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The new dimensions to golf membership marketing

POSTED ON October 6, 2016 @ 11:39 am

When was the last time you had one of those “light bulb” moments, you know when you get the sudden realisation on some topic and go WOW!  I get it now or I see it in a new way? My most recent “light bulb” moment was last month while facilitating the Annual National Participation Forum organised by Golf Australia.

The Australian Sports Commission (ASC) was presenting on a few different subjects and one of their topics- Market Segmentation– really got me thinking and reviewing a better way of marketing to members and golfers at our clubs.

“Market Segmentation involves dividing a market into groups of people/consumers with similar needs, attitudes and behaviours.” 

Industry wide we typically only have ever segmented our members primarily by gender and in some cases by age. We haven’t really taken into consideration other elements of members such as Stage in life, wants/needs, attitude, and behaviour. These elements can be very different and are ever changing throughout our entire life. What was important for me as a young adult will not be the same when I’m married or retired. What is important for a female may be have the same importance as a male, etc.

We haven’t had the technical know-how to dig this deep into our market groups and tend to market our clubs to really a relatively small cross section of our potential market. We also don’t have a diverse enough range of products or the facilities to attract many of the other segmentations needed to grow our membership base.

The ASC research recently conducted has blown this narrow mindedness wide open and over the coming years I think we’ll start focusing more on getting to know our members much better than we currently do.

The ASC recently commissioned a ‘needs-based consumer centric market segmentation’ model for Australian sports participants (players) and non-sports participants (non-players). The following is an excerpt from thei report which outlines what they have found.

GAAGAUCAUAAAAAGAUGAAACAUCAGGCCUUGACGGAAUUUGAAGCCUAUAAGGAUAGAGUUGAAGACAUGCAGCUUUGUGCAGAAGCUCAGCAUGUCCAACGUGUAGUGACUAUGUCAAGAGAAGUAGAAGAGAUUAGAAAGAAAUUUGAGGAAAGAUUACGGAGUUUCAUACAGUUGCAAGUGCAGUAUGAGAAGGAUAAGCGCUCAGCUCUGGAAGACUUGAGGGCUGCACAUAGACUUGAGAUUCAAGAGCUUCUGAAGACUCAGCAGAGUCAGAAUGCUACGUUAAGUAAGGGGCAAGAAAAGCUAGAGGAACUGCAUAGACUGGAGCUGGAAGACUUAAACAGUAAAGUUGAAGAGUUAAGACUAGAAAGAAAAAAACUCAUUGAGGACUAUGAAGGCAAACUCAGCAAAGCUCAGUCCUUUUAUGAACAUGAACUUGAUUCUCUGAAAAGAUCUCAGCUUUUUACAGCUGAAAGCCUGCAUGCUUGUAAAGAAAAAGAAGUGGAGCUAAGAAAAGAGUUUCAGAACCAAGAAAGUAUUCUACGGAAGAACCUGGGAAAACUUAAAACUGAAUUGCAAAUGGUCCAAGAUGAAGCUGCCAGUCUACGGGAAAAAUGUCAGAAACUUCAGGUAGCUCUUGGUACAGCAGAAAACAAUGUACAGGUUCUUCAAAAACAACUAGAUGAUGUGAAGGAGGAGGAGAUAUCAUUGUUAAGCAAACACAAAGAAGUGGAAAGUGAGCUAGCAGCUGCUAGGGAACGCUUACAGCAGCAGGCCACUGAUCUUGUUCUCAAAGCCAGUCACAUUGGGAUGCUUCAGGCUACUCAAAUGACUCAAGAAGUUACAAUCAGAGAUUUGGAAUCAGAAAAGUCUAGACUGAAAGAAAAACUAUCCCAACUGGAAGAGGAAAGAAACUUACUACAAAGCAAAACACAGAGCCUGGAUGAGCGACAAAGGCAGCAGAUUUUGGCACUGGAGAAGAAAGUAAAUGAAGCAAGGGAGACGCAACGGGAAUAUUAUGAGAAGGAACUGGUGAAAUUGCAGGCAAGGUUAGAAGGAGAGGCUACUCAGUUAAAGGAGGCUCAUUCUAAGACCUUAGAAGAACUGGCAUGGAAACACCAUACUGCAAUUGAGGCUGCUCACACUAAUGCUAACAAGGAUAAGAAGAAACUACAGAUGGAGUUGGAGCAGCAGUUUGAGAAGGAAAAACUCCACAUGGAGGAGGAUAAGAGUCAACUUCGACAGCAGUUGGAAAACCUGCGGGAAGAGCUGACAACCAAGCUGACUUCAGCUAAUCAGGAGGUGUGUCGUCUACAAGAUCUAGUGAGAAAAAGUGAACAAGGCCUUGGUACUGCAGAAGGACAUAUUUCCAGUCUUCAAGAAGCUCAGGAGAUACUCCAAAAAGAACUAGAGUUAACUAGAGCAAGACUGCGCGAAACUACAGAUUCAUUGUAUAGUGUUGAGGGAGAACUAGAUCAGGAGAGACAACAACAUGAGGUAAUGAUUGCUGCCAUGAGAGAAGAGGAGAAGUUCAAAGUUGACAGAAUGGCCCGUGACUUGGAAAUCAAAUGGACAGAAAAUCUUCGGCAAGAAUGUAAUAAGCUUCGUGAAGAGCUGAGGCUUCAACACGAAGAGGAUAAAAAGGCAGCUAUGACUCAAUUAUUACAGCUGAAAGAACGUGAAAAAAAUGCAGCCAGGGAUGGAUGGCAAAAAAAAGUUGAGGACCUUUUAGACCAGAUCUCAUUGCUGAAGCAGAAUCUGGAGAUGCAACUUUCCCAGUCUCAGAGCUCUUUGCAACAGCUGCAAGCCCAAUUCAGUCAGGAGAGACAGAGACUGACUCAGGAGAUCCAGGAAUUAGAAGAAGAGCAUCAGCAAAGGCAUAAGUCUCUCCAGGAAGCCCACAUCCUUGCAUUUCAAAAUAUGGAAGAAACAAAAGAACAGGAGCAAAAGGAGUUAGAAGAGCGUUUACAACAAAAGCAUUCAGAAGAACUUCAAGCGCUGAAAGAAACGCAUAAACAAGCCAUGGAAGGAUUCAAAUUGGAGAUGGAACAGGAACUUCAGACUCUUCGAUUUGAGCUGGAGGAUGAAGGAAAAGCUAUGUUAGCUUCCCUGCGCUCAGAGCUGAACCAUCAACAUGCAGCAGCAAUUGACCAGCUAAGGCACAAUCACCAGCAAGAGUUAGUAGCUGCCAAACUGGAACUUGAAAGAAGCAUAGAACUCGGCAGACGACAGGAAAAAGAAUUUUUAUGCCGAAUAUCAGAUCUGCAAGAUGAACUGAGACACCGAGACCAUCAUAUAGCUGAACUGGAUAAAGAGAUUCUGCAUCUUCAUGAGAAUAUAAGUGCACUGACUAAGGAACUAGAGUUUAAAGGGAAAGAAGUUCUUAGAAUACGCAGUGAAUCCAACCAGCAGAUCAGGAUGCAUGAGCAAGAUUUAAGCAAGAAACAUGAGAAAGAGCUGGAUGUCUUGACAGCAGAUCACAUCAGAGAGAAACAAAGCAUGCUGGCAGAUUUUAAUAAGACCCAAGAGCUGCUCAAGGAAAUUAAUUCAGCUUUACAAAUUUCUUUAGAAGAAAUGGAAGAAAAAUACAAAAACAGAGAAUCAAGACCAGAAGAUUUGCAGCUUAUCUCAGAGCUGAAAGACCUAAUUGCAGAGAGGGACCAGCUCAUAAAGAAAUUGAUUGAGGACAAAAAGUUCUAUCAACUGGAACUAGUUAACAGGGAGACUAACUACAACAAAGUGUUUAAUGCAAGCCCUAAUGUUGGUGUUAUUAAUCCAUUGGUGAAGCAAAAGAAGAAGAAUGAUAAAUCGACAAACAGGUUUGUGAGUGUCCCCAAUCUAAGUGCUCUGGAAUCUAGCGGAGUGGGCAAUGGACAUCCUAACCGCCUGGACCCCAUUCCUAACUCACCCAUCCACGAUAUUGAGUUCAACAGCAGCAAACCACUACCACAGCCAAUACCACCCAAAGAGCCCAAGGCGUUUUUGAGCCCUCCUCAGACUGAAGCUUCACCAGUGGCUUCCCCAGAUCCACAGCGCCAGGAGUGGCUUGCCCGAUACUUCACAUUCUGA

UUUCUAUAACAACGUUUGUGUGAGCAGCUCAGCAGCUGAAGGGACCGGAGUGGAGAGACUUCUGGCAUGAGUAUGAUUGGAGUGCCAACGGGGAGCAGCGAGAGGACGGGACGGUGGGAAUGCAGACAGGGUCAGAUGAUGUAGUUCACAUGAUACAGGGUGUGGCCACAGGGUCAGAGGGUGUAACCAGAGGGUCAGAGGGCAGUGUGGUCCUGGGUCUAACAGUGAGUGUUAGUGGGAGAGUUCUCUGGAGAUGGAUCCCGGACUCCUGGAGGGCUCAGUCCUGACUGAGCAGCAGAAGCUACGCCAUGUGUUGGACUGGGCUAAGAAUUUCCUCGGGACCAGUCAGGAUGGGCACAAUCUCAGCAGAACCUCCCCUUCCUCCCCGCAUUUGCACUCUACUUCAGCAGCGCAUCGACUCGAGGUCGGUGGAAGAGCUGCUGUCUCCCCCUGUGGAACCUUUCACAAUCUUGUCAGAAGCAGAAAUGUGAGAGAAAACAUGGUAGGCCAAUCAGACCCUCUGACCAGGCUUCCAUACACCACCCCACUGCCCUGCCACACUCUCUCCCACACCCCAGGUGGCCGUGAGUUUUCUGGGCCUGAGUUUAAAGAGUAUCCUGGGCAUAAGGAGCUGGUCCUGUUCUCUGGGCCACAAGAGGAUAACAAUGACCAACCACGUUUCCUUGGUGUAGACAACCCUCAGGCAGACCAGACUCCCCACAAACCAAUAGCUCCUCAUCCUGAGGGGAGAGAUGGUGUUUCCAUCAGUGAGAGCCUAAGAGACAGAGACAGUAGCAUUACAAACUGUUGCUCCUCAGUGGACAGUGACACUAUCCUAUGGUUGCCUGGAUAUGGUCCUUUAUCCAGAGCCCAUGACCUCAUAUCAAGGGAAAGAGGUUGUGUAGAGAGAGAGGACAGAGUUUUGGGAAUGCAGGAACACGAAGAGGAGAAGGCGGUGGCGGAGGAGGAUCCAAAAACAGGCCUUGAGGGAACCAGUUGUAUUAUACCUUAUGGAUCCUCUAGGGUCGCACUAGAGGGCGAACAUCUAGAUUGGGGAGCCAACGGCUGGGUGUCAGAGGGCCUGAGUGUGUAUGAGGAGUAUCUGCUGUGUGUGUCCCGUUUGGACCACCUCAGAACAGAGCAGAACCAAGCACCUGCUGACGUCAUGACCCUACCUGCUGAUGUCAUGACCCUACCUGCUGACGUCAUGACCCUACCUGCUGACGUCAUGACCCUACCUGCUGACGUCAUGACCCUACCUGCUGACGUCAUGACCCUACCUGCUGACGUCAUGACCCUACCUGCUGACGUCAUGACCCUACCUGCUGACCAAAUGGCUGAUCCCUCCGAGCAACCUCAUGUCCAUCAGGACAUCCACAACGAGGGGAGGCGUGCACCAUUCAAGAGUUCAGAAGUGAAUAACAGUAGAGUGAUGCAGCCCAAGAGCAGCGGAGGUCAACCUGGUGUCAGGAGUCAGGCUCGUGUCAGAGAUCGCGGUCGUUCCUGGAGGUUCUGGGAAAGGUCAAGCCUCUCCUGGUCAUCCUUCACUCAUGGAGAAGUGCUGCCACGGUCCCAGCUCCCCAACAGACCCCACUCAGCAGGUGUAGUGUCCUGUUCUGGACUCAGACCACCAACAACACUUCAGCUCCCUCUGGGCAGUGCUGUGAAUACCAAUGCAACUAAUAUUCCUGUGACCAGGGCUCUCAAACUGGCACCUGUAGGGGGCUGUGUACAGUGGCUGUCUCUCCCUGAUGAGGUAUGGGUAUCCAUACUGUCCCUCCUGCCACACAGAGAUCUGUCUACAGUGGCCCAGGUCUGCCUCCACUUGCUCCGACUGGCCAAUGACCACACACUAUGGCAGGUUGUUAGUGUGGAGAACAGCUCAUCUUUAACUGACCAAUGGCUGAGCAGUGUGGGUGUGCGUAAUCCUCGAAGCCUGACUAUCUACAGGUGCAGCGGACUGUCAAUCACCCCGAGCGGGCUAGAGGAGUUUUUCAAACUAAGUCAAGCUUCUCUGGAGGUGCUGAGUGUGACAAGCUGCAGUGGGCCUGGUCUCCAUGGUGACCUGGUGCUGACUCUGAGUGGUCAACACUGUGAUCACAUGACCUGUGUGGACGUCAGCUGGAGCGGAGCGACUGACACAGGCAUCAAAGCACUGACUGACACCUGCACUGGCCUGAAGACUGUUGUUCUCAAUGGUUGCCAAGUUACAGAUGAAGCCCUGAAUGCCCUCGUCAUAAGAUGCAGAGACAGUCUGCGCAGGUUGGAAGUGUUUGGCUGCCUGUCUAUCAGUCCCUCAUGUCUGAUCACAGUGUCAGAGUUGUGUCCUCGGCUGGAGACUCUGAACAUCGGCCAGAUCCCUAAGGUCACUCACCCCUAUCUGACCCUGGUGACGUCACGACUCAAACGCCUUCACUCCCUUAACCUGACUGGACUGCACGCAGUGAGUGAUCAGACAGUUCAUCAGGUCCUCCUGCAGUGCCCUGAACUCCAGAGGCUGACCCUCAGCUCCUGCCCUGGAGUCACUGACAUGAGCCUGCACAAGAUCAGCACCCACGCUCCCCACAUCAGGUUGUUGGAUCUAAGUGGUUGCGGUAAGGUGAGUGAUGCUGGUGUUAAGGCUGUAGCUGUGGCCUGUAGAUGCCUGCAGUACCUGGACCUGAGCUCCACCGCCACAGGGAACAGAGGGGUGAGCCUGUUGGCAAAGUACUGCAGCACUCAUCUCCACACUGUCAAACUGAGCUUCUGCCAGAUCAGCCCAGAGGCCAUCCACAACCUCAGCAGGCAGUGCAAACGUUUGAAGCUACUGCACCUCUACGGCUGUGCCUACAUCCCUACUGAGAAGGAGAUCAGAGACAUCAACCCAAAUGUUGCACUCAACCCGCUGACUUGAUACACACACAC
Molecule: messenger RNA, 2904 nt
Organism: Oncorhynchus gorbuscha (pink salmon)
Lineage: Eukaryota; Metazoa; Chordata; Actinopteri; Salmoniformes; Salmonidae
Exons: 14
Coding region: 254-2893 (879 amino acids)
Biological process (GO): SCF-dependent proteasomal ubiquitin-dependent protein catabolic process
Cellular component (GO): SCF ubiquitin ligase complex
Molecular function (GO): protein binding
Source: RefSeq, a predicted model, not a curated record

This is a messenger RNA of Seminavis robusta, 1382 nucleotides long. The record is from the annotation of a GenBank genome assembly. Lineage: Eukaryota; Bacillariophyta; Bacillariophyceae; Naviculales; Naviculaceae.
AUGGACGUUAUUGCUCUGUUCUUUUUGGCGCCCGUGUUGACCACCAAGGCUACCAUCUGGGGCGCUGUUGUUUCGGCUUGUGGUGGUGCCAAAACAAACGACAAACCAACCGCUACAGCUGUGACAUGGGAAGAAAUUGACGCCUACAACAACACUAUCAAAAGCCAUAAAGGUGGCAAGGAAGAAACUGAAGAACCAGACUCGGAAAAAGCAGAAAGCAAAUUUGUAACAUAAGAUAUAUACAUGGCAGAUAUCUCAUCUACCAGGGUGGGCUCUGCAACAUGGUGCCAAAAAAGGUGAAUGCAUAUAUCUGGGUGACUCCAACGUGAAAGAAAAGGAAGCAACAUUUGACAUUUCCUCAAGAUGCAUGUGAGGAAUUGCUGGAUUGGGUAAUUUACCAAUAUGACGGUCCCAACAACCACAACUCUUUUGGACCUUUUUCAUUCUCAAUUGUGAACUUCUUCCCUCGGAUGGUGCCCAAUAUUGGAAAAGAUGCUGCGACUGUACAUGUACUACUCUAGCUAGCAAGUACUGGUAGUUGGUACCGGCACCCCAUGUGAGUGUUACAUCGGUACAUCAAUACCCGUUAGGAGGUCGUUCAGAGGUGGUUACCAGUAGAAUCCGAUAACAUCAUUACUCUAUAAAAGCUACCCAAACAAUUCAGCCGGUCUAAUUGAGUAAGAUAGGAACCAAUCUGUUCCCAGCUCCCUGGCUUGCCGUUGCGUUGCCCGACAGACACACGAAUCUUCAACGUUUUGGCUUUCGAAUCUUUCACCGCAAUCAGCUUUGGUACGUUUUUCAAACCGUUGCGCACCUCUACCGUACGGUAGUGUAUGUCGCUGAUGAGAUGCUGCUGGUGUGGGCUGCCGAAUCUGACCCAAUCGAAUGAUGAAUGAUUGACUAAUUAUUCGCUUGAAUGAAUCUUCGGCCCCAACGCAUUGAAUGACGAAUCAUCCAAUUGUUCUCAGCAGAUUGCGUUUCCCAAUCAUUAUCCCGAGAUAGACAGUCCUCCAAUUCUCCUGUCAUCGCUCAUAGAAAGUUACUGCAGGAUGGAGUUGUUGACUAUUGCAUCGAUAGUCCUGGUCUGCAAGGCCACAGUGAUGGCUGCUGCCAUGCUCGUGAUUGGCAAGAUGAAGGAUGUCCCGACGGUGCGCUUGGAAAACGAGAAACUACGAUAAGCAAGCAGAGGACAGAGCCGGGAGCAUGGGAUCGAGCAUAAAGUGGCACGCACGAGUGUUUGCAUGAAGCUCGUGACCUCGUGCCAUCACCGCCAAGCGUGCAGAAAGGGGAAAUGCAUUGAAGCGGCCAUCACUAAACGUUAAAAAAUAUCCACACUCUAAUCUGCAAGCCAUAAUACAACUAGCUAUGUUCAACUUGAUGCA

“Australians are becoming increasingly time-poor and, for many, more restricted in terms of budget. Changing lifestyles and competing forms of entertainment have created an increasingly complex landscape, making it difficult to understand the changing attitudes and behaviours of Australians in relation to sport.

Furthermore, past research has shown that sport preferences have changed over the last ten years with an increased uptake in sport being played in a non-organised environment, versus a stagnation of participation in organised sport.

The ASC research developed two Market Segmentation models; one for Adults (aged 14 to 65 years) and one for Children (aged five to 13 years).

The purpose of the Market Segmentation Study for both Adults and Children was to uncover, explore, identify and clearly articulate the different motivations, attitudes, needs and barriers that influence people’s decisions and behaviours in relation to sport and, in particular, participation in club-based sport. The study is designed to help clubs understand the market and more effectively target their approaches to particular segments.